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Converting solar post caps from battery power to low voltage.

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richtad

New Member
Hi everyone,
I hope someone can help.
I recently purchased two solar caps that light for posts that are @ the top of my porch stairs.
They don't get enough sunlight.
I'd like to convert them to low voltage lighting.
Each one(there's two) is operated on a 1.2v, 600mAH Ni cad battery.
There's a small circuit board with the led, a resistor and it also looks like it may have some sort of a voltage regulator.
There's nothing on the led to tell me what the wattage is.
Anyway I can convert this, if so , how??
I would appreciate any advice anyone can offer,
Thanks
Rich
 

MikeMl

Well-Known Member
Most Helpful Member
Why not just gut the fixture and install a ultra-bright white LED in series with a current-limiting resistor. An old 5V 1A wall-wart type cell phone charger would run a dozen or more fixtures...
 

richtad

New Member
Hi Mike,
Thanks for the answer.
I found a supply that has exactly the specs you quoted.
That's good, the bad part is that even if I knew where to get the parts you specked out, how would I wire the circuit??
Sorry about that, I'm a mechanical guy. I've drawn a million schematics in my career, but, in most cases, I didn't know what they did. Would it be possible to get a supply to match the existing
battery output? Or is that a stupid question.
Thanks anyway,
Rich
 

MikeMl

Well-Known Member
Most Helpful Member
Ultra-bright white leds have a (nearly-constant) forward voltage drop of ~3.3V. Their brightness is more-or-less proportional to the current through them (they are a current operated device). For your application, I'm guessing that 20mA would be more than adequate.

To set the current through a LED starting from a fixed voltage (the 5V wall-wart), you put a resistor in series with each LED (it is a series circuit, it doesn't matter if the resistor is in the anode side or the cathode side). The resistor drops the difference between 5V (starting voltage) and the forward voltage of the LED (3.3V), so 5 - 3.3 = 1.7V

To get 20mA through the resistor, apply Mr Ohm: R = E/I = 1.7/0.02 = 85Ω. (buy 84.5 or 86.6Ω, standard 1% values).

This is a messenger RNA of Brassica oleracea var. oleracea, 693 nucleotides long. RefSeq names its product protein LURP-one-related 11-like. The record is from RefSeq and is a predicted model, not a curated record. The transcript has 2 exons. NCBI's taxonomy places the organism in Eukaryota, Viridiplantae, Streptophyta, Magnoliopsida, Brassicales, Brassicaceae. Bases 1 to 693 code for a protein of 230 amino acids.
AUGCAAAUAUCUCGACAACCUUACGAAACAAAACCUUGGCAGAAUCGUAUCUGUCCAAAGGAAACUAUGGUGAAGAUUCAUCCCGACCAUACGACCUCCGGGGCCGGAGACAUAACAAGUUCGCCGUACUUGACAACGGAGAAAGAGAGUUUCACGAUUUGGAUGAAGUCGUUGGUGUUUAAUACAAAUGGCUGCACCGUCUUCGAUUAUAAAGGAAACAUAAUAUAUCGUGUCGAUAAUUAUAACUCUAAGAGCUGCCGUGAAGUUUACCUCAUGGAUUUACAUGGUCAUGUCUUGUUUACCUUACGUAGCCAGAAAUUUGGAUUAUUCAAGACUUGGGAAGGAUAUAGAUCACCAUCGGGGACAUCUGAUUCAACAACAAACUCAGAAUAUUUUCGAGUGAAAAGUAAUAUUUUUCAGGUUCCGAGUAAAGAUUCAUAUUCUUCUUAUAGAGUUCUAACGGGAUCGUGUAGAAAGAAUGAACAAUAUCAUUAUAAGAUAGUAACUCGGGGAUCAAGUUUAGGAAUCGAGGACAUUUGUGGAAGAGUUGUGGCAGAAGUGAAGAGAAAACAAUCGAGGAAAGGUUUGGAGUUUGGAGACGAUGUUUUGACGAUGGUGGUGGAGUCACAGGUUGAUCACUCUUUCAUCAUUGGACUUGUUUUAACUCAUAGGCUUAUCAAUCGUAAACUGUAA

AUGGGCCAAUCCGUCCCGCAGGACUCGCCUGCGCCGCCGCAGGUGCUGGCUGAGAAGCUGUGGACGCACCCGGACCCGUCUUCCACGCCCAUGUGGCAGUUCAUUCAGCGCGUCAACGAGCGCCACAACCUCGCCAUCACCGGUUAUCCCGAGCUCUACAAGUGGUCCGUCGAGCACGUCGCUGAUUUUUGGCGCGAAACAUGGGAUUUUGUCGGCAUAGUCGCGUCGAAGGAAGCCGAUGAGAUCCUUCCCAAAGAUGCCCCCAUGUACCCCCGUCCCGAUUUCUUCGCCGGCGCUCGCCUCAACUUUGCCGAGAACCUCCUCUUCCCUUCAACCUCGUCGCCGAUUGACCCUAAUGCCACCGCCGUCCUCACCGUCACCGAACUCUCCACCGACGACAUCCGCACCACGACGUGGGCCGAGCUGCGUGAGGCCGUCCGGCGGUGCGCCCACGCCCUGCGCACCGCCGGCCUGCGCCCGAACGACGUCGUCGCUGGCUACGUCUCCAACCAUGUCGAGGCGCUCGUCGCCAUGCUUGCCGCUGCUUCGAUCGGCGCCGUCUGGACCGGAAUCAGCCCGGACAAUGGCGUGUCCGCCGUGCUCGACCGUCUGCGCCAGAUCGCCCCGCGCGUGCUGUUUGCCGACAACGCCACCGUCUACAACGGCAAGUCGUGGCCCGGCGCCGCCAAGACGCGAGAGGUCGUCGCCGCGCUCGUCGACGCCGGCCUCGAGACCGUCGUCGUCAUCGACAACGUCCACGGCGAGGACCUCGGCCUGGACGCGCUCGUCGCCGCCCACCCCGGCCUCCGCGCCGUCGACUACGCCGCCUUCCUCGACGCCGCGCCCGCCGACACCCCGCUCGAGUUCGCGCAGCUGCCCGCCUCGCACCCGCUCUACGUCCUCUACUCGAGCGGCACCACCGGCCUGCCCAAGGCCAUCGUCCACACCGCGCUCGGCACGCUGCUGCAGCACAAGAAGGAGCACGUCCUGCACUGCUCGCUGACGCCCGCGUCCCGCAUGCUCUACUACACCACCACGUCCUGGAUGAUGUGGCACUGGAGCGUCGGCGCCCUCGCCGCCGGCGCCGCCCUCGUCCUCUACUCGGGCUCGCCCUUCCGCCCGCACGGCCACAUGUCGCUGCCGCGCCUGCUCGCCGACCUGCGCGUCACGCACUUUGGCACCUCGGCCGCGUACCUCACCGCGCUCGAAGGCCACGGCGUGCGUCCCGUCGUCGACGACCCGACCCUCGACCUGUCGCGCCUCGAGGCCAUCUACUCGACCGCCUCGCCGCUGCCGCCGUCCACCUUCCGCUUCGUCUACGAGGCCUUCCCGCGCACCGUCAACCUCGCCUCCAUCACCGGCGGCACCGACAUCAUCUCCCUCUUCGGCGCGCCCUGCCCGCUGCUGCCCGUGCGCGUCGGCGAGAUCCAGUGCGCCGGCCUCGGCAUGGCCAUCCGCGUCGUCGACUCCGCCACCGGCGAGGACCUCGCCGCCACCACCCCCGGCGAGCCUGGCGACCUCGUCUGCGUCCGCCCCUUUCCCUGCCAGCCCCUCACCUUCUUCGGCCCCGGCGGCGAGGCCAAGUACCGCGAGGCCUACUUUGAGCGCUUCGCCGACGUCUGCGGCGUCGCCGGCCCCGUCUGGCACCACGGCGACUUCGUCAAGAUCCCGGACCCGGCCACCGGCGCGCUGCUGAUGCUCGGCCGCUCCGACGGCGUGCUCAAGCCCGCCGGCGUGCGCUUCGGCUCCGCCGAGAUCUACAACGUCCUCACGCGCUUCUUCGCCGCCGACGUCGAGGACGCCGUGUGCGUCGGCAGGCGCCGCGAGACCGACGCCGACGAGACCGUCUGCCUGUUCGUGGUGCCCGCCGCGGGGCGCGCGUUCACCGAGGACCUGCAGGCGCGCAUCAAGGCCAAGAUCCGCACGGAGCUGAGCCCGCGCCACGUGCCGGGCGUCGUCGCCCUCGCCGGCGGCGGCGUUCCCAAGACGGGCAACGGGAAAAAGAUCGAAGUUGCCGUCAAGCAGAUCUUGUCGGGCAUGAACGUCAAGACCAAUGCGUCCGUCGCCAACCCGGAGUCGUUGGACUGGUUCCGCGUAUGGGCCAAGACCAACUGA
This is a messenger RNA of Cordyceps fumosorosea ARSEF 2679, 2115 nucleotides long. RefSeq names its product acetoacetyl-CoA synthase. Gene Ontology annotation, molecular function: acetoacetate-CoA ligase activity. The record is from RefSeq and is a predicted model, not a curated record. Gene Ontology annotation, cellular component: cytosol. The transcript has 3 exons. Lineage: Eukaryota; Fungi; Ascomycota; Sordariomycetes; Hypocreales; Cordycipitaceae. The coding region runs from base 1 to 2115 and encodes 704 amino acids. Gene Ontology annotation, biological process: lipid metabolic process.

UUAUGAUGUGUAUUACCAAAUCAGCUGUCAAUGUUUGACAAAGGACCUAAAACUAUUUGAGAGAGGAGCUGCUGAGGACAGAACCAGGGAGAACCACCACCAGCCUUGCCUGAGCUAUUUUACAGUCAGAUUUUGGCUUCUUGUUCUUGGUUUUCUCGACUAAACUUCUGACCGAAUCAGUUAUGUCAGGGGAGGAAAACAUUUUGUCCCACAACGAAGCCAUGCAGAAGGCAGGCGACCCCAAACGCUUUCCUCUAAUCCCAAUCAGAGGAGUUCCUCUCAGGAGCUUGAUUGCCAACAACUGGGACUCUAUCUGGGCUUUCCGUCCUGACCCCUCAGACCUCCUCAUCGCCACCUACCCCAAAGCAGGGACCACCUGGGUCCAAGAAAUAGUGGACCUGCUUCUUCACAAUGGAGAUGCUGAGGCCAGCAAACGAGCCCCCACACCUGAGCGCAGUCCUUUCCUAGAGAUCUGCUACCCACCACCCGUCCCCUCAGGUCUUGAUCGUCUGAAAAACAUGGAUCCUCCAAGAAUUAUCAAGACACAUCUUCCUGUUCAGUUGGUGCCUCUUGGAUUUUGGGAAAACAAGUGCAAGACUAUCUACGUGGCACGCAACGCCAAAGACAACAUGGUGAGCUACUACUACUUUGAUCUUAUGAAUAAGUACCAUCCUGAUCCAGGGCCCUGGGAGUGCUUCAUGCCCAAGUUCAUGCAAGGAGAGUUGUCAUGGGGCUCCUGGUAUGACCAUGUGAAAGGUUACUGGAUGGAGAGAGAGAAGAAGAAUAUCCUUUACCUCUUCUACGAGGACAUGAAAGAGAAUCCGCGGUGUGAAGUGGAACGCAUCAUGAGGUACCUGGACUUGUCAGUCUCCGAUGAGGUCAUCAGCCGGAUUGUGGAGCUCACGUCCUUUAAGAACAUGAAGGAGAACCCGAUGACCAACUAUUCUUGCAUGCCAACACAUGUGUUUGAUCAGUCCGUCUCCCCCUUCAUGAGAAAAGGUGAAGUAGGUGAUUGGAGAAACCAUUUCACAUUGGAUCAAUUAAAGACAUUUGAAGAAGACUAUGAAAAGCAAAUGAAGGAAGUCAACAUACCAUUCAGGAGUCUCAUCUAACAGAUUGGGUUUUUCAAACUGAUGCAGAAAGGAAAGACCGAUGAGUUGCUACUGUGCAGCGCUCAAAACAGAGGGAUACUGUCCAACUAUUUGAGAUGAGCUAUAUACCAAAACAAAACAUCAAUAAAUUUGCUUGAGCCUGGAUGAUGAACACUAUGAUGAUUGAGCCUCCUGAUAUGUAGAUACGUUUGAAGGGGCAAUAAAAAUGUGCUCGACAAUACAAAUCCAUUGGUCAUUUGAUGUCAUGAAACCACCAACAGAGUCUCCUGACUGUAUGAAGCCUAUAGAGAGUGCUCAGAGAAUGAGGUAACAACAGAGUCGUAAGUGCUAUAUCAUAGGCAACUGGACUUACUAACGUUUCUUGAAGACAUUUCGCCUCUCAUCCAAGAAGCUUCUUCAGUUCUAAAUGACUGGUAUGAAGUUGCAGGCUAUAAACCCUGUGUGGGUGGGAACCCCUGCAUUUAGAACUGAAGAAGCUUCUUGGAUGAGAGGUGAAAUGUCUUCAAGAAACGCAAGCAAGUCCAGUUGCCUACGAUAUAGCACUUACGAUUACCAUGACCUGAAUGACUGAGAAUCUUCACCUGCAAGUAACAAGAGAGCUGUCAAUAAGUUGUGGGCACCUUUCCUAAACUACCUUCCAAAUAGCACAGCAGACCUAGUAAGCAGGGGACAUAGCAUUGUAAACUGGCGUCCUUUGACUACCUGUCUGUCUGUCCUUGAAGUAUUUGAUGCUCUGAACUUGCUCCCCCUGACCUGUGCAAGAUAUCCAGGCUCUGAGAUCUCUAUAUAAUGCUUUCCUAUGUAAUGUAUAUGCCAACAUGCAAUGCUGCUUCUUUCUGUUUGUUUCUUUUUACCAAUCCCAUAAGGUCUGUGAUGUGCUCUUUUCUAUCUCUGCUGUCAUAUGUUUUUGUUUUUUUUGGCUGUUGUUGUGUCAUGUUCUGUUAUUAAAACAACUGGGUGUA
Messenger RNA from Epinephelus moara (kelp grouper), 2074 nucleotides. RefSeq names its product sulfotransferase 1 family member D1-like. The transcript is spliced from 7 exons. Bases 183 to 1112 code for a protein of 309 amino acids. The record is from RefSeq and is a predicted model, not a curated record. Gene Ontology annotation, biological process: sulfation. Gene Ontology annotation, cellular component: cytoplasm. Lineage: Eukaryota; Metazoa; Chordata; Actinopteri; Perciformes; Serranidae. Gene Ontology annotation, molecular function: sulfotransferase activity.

The power dissipated by the resistor is P=E^2/R = 1.7*1.7/85 = 0.034W, so buy a resistor rated for at least 0.25W

Here is a simulation of what you are building. Note that the current through the LEDs in both circuits is identical...
 

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richtad

New Member
Thanks again,
Of course I have some questions.
On the schematic, I'm assuming v1 and v2 are the power supply.
Between the LED and the resistor, there a line with "a" on one and"k" on the other.
is this voltage? If so, do I tap it off of v1 and v2?
Also, where do I tie my grounds to?
Regards,
Rich
 

MikeMl

Well-Known Member
Most Helpful Member
Think of "a" and "k" as named wires. This is done so the simulator can print a voltage such as V(a) or V(k).
The ground symbol is where V(a) and V(k) are referenced. You do not need to "ground" your simple circuit.

In fact, if you use the suggested old cell phone charger, it puts out +5V measured with respect to its other wire. It is completely isolated (for safety) from the prongs that plug into the house receptacle. The LED illumination can remain isolated as long as the two wires from the cell phone charger connect as shown in place of the "voltage source" V1 or V2 (whichever version of the circuit you build).

The cell phone charger can run several Leds, as long as you connect the resistor-LED pairs in parallel. See below
 

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MikeMl

Well-Known Member
Most Helpful Member
Afterthought... This draws so little power, I would just leave the cell phone charger plugged in 24-7. It is not worth using a daylight sensor, or timer...
 

richtad

New Member
Mike,
I can wire this circuit up with no problem.
I'll stop at the local radio shack and get the parts.
I was going to hook this up to an existing 120v electric eye sensor that controls my outside lights.
I'll let you know how things go,
Thanks again,
Rich
 
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